Beetles are an incredibly diverse group of animals. Belonging to the order of Coleoptera, there are over 350,000 distinct species of beetles the world over. There are nearly 30,000 unique beetle species in the United States alone. While many larger species exist throughout the Earth’s warm tropics, the largest beetle in North America resides in the United States and ranks among the largest in the world.
In this article, we’ll take a look at some of the largest species of beetles in the United States. We’ll talk about how big they get, where they live, and what makes each one unique. We’ll also talk about how they reproduce and why populations of one species are in critical decline.
Eastern Hercules Beetle (Dynastes tityus)
Not only is the Hercules beetle (Dynastes tityus) the largest in the United States, but it is also one of the country’s largest insects in general. Aptly named after the Greek giant of lore, Tityos, this gargantuan beetle can reach an overall length of 7 inches!
These beetles appear throughout the eastern half of the United States. Their range extends from Florida and Texas northward into Illinois and New York. The coloration of these beetles can vary, but their bodies are normally brownish-black, black, brown, or green. The spotted elytra, which are the hard forewings that protect the delicate flight wings underneath, are usually glossy, light greenish-brown, tan, or light beige ochre.
Males and females of the species are sexually dimorphic, with males possessing a pair of long, robust, horns, and females missing them entirely. Some of the largest males possess horns that makeup over half their total body length. All species belonging to this beetle’s taxonomic subfamily, Dynastinae, possess horns and share the common name “rhinoceros beetle.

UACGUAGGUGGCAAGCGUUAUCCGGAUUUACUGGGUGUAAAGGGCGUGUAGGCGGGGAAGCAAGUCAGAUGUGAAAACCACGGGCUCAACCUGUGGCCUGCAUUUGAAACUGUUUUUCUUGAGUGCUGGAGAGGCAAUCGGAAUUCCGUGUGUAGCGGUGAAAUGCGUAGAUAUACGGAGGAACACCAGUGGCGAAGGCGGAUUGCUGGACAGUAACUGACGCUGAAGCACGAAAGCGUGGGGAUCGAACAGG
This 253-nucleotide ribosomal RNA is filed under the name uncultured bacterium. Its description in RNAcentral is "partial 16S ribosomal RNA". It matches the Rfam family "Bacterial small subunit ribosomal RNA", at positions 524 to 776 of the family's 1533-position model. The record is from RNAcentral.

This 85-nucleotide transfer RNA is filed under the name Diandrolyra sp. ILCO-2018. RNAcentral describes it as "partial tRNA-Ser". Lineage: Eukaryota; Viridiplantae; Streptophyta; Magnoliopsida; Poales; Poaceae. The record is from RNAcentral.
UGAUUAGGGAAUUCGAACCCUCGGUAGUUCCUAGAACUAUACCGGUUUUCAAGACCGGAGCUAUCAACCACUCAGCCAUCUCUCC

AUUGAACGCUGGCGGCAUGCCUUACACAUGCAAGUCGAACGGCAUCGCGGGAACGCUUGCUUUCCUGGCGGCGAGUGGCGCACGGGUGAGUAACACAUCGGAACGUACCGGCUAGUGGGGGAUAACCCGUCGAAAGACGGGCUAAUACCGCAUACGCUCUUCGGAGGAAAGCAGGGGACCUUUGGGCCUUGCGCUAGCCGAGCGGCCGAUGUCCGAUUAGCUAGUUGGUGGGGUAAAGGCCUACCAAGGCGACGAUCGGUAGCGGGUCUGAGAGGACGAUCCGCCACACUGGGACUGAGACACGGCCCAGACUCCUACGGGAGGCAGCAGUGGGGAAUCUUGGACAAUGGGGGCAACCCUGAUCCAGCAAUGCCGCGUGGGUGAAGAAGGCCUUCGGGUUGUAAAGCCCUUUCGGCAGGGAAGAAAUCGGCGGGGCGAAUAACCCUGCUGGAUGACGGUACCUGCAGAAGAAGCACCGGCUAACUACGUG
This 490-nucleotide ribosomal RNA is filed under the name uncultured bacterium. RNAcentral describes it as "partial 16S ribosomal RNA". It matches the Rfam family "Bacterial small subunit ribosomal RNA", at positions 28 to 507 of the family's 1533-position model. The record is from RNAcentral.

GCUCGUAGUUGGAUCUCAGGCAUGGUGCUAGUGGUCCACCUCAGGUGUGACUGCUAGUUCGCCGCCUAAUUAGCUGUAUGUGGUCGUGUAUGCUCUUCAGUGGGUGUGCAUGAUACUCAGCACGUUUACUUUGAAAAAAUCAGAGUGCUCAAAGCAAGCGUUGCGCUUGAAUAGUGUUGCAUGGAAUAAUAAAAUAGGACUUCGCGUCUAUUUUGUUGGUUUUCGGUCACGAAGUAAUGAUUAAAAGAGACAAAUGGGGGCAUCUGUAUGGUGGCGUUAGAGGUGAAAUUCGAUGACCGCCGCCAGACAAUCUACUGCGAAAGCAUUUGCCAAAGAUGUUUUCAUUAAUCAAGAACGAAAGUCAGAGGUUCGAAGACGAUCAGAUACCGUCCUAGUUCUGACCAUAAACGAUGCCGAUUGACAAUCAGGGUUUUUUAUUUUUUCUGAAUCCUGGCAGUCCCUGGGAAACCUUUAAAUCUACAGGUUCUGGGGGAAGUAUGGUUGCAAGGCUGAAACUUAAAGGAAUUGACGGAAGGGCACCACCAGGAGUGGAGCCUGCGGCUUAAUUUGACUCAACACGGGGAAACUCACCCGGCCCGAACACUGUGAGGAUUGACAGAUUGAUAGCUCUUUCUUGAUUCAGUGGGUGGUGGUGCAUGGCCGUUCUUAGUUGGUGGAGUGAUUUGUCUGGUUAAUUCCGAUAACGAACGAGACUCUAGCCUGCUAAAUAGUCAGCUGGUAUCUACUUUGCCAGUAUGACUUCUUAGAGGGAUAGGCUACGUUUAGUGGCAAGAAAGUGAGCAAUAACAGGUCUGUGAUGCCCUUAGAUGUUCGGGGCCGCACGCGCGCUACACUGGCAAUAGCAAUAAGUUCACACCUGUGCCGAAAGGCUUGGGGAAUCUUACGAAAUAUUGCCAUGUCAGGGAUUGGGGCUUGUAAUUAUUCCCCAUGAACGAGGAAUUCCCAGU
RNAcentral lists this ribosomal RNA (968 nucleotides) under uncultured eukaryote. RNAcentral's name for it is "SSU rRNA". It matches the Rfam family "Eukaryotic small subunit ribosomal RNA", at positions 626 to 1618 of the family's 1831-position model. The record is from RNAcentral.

Male Hercules beetles use their impressive horns to assert dominance and fight over potential mating partners. After a pair of beetles mates, the female burrows underground and deposits many eggs in the surrounding environment. When the eggs hatch, they give way to c-shaped grubs that become rather large — around 2 inches in length. They feed on decaying wood, dead leaves, and rotten fruit for several months until they pupate in the summer. The adult beetles mature underground throughout the winter, emerging in the spring.
Giant Stag Beetle (Lucanus elaphus)
The giant stag beetle (Lucanus elaphus) easily ranks on the list of the largest beetles in the United States. Though it falls behind the eastern Hercules beetle by a wide margin in terms of overall length, it is nonetheless an impressive species. This species appears across the east coast of the United States. It has a range that begins in Georgia and the Carolinas and continues throughout the Northeast.
Male stag beetles are instantly recognizable by the distinct, elaborate mandibles for which the species earned its scientific name elaphus — derived from the Greek word for deer. These robust mandibles emerge from the face of the beetle just like a rack of antlers from the head of a buck. And like a buck, this beetle uses its elaborate horns for mating display and territorial defense.
In early summer, males will battle each other to compete for mates and defend ideal mating territory. Once a female has mated with the victor, she deposits her fertilized eggs into the cracks and hollows of nearby rotting wood. Later in the season, the larvae emerge and consume the decaying plant matter for one to several years, eventually pupating for another several months. Once they emerge in the late spring and early summer, they spend their short lifespan of up to three months feeding on plant juices, tree sap, and rotting fruit and seed.
Horned Passalus (Odontotaenius disjunctus)